There's no question that spinal cord injuries are life-changing. As with other catastrophic injuries, spinal cord injuries can impact almost all aspects of life, and it's important to be prepared for numerous changes if you or a loved one has suffered a spinal cord injury.
While medical bills are the first expense that often comes to mind, the financial impacts don't typically stop there, unfortunately. Depending on the cause of the injury, however, the costs may be covered by insurance or the responsible party.
Causes of Spinal Cord Injuries
Car and motorcycle accidents are the most common cause of spinal cord injuries, according to the Mayo Clinic, which estimates that 35 percent about these injuries result from traffic accidents. Other common causes of traumatic spinal cord injuries include:
- Falls, especially for people over age 65
- Knife wounds, gunshots and other violent acts
- High-impact sports and athletic activities
The physical impacts of spinal cord injuries can be particularly traumatic because they affect nerve fibers not just in the area that is initially injured but often also all the muscles or nerves below that area. For example, a lower back injury might affect leg muscle function, or a neck injury could make it harder to breathe.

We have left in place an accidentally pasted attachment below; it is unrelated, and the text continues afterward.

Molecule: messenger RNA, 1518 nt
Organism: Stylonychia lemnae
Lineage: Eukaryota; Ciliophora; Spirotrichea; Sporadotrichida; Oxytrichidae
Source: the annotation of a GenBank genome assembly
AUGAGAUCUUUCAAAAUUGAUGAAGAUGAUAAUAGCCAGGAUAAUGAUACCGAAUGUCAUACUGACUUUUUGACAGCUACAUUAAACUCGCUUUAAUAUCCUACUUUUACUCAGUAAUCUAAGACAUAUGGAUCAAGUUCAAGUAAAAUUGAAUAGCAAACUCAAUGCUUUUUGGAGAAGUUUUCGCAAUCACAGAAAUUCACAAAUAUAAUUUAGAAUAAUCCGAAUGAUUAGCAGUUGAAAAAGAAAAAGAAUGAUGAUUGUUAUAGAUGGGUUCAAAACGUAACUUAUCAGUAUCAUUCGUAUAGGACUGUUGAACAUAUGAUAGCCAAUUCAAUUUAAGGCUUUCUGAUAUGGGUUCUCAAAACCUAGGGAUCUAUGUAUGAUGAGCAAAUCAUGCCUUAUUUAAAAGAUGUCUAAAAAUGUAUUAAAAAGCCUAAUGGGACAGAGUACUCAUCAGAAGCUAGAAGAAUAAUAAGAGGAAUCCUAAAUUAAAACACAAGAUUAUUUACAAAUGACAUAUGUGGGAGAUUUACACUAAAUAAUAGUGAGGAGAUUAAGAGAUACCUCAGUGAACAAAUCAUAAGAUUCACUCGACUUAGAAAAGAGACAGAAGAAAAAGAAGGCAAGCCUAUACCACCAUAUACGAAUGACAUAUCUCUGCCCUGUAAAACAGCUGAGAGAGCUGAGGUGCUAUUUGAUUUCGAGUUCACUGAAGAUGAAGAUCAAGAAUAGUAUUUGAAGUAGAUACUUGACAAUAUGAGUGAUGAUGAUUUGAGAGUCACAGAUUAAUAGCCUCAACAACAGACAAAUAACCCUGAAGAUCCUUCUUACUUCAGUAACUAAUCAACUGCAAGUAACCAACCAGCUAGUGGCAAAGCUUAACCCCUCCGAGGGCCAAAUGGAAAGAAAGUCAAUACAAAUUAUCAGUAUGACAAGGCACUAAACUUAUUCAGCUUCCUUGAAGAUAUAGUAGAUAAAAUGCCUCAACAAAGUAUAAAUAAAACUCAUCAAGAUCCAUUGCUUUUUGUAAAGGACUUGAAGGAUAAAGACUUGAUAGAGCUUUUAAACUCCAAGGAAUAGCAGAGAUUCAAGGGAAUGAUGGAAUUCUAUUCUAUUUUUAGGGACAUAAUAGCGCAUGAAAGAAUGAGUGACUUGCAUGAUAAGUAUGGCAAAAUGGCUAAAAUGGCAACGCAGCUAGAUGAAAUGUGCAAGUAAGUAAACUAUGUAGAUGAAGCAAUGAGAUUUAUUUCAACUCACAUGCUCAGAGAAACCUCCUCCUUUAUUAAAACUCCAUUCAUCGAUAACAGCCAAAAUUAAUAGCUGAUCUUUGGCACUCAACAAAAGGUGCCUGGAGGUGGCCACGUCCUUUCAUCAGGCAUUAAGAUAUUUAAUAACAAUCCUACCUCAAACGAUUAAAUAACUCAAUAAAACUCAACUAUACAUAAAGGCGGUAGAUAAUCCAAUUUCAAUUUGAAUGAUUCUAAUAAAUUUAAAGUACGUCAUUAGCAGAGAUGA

Treatment and Rehabilitation
Spinal cord injuries are generally irreversible, but proper treatment - often including surgery - can help stabilize the spine and prevent further damage. Going forward, medications can help with pain and other issues, and physical and occupational therapists can help the injured person learn how to navigate daily life again.
Thanks to advances in treatment and adaptive technologies, many people with spinal cord injuries are able to eventually return to the work and activities they love.
In many of spinal cord injury cases, someone other than the injured person is at fault, and they can often be held responsible for many of the costs associated with the injury that aren't covered by insurance. These costs might include:
- Wheelchairs and adaptive technology
- Ongoing physical and occupational therapy as well as counseling
- Lost earnings during the recovery period
- Pain and suffering
It's a good idea to consult with an attorney to make sure you or your loved one receives the full compensation needed to cover the financial impacts of the injury. Reducing financial worries can help you focus on the all-important work of recovering.